This book attempts to develop a theological response to the suffering of people in Myanmar (Burma). For this purpose, a Burmese word Ludu is used to indicate the common people and a Buddhist term Dukkha will be employed to refer to their suffering. We can see the Ludu as a dukkha-ridden people in Myanmar context. Why do they suffer? Is their suffering the root cause of sin or the consequence of kamma – one’s deed, word or thought? As a Buddhist-dominated country, how do Buddhists respond their suffering? What about Christian minority’s response to this harsh situation? Can the Ludu, both Christians and Buddhists, see how God is revealed in the midst of their suffering?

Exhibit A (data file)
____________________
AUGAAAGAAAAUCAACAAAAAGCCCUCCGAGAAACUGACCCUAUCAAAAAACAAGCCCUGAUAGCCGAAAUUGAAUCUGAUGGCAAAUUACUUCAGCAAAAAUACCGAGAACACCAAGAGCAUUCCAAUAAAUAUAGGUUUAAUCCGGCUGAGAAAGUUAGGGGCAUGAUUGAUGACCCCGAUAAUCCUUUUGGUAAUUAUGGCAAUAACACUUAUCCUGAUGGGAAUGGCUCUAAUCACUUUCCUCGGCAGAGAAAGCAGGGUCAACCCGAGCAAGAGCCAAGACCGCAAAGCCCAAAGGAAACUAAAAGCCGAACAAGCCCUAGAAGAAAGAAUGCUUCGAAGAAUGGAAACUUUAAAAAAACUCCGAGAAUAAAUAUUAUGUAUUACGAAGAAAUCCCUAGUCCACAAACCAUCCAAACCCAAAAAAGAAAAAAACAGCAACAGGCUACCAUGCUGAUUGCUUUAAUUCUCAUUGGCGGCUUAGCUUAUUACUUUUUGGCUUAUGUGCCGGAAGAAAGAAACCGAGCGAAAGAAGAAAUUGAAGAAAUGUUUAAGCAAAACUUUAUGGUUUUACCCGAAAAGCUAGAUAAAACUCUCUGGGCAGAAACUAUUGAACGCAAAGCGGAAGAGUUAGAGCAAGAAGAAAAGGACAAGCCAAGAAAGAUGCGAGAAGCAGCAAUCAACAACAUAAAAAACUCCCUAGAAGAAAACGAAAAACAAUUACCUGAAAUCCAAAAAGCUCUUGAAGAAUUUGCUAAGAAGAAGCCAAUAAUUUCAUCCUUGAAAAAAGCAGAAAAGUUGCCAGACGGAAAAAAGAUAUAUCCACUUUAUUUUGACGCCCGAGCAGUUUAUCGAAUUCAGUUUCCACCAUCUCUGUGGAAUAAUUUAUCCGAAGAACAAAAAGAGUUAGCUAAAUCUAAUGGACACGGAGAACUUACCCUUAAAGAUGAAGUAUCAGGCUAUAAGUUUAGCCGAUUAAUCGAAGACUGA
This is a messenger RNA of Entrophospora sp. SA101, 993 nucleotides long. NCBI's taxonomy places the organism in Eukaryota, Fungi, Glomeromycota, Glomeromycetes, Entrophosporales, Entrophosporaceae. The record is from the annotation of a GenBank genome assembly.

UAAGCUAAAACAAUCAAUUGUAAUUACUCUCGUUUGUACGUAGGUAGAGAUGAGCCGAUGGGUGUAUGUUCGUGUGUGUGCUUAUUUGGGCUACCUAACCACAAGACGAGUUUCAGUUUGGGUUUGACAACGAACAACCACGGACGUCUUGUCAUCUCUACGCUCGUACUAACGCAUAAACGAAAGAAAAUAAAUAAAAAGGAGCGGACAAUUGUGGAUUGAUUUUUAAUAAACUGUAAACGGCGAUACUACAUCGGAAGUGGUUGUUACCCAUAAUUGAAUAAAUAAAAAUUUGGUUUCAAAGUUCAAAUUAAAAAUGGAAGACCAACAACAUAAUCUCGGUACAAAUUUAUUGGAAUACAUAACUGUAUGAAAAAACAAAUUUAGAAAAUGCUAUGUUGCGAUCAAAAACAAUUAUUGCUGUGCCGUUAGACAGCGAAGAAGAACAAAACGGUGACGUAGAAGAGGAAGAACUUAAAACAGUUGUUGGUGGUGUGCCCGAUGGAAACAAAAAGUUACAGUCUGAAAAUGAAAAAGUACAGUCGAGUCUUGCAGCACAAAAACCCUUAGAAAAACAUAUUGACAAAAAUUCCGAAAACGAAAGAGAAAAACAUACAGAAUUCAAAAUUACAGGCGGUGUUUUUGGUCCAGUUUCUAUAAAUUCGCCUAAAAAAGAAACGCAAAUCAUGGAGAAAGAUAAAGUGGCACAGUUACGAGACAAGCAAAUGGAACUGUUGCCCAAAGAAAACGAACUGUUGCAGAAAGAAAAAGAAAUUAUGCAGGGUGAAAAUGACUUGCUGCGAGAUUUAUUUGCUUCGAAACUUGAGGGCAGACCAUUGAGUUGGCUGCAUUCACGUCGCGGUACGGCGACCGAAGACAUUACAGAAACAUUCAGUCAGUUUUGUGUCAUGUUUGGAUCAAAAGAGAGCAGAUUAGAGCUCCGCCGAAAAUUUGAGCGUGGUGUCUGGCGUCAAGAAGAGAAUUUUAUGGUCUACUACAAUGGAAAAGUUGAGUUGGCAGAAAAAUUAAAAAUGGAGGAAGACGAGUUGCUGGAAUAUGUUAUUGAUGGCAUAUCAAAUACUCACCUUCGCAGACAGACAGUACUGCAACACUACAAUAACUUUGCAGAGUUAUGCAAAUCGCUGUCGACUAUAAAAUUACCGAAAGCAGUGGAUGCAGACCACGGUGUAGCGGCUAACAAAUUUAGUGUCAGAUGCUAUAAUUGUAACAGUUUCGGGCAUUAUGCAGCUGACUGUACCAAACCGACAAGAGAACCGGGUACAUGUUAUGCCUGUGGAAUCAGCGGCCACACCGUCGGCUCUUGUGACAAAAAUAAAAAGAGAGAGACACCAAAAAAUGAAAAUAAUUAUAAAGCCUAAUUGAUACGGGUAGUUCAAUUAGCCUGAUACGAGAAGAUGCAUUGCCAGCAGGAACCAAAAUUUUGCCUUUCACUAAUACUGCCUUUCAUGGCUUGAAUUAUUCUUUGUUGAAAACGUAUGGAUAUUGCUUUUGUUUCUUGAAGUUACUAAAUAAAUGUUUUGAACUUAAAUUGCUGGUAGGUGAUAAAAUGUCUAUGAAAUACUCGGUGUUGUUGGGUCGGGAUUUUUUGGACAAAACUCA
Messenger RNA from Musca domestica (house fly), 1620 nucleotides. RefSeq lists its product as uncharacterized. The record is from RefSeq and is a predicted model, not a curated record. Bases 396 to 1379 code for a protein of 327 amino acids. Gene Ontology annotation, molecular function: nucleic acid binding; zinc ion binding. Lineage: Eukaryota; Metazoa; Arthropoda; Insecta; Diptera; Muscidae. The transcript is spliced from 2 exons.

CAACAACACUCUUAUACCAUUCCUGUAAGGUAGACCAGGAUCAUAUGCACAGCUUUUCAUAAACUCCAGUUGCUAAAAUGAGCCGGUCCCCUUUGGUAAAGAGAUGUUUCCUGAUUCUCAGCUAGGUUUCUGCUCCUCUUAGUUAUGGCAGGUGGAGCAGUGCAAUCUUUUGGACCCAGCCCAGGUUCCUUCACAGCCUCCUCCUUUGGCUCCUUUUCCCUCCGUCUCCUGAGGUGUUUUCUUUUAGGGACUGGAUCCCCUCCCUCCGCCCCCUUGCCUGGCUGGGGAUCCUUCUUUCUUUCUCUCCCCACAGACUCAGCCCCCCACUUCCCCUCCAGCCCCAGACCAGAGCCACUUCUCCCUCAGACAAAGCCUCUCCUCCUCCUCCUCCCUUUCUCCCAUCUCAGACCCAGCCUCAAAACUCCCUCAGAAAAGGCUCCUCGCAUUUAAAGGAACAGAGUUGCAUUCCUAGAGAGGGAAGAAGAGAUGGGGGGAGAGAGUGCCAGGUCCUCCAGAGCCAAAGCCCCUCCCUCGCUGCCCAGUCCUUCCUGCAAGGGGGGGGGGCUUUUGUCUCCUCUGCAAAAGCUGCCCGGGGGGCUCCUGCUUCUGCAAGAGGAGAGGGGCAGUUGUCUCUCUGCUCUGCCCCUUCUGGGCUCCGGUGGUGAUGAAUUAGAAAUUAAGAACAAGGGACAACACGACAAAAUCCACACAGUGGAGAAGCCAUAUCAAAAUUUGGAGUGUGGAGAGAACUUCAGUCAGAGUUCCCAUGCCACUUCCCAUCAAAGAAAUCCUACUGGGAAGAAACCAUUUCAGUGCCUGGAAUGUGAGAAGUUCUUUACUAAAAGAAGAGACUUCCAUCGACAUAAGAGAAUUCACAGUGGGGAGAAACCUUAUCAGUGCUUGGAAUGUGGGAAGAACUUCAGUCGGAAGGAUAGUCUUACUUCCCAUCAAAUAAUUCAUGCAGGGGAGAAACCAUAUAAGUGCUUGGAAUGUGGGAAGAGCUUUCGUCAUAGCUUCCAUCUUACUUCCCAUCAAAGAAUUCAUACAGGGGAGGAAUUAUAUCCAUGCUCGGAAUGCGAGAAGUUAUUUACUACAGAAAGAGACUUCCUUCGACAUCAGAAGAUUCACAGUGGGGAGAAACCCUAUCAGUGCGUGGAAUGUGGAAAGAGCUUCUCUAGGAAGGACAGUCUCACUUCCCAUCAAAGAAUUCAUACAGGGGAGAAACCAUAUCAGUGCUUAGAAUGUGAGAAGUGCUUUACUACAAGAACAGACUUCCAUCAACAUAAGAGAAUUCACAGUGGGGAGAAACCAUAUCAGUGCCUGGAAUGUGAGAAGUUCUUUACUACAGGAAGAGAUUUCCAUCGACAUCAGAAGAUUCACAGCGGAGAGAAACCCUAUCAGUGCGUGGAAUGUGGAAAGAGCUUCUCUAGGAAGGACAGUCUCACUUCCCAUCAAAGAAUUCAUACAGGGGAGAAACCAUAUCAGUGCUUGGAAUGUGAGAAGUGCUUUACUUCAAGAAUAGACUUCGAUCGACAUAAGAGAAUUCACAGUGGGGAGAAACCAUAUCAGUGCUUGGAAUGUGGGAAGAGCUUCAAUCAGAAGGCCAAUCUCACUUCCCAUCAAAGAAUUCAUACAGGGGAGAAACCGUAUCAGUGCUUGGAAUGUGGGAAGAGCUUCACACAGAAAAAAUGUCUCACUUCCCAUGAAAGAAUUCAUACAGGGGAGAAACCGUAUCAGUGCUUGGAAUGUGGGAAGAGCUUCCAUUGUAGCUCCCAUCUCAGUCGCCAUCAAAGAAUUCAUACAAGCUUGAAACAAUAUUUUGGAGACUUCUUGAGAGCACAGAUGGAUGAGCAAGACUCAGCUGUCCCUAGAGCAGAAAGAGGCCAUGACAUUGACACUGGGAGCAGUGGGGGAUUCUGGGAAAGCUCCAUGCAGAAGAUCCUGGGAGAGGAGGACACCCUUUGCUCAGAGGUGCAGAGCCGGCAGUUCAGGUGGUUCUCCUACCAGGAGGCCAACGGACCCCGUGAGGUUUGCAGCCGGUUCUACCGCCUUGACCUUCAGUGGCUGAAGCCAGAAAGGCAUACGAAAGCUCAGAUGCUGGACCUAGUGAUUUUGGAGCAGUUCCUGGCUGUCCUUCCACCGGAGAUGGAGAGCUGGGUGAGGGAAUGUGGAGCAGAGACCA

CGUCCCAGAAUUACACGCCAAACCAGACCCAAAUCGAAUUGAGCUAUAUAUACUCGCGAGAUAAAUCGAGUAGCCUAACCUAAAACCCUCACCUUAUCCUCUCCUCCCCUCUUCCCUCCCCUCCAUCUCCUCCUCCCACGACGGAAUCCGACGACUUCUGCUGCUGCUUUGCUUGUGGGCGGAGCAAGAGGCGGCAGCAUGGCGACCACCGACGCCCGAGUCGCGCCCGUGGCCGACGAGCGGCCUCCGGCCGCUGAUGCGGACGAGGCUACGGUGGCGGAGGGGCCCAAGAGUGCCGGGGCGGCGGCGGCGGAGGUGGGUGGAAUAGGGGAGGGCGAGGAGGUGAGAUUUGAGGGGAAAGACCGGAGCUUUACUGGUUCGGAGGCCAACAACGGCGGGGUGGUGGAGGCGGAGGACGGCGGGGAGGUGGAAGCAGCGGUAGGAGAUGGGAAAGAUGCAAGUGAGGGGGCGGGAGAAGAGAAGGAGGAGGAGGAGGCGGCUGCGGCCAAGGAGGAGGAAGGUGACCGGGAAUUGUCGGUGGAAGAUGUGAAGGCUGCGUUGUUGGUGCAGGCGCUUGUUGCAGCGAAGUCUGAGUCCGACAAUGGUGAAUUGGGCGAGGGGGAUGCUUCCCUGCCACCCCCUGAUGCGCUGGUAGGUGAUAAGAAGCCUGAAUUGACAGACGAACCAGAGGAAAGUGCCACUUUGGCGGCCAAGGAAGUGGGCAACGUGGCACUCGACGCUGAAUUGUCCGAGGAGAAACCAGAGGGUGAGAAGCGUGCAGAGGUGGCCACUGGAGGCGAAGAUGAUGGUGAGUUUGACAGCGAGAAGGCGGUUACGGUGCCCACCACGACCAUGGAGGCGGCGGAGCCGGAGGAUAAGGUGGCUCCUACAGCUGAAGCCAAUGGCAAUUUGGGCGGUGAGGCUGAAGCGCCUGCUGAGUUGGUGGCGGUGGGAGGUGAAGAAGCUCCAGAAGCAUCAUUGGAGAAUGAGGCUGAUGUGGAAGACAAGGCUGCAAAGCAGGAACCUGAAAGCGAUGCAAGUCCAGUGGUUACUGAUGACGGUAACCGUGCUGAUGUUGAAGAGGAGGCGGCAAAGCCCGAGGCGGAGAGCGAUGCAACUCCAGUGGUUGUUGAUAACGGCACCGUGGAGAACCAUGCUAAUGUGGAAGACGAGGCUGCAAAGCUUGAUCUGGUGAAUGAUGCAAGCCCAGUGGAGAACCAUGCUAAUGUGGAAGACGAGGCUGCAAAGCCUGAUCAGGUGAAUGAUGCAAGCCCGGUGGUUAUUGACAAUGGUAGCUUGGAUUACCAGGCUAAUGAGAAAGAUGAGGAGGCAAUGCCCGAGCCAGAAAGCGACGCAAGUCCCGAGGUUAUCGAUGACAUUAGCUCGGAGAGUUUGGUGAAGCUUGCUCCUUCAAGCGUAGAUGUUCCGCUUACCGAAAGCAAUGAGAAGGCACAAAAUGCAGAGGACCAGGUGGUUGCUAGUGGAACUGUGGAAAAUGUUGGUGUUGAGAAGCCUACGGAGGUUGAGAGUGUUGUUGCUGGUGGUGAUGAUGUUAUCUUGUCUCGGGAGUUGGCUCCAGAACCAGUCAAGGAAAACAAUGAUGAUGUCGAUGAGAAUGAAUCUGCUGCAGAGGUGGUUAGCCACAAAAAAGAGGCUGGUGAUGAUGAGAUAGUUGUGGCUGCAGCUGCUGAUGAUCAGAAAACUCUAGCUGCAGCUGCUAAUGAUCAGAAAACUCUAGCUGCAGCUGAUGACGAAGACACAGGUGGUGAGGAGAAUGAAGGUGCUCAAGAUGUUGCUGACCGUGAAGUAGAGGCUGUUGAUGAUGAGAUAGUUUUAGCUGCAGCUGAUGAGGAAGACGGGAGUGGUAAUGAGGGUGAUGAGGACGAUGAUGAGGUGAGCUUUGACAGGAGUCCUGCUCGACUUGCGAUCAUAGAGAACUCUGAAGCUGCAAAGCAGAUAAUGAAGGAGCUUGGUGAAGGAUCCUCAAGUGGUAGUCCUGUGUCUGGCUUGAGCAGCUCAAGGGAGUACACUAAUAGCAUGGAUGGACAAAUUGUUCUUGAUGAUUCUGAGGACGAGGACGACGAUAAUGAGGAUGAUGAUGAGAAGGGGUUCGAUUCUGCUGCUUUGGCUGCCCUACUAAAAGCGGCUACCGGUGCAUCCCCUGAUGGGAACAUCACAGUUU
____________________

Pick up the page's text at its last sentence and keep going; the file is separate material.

In terms of suffering under oppression, Minjung (people/mass) in the Korean context is somewhat similar to the situation of the Ludu in Myanmar. In the 1970s, Minjung theology emerged during the era of military dictatorship in South Korea. How can Minjung theology be relevant for evolving a Ludu theology in Myanmar?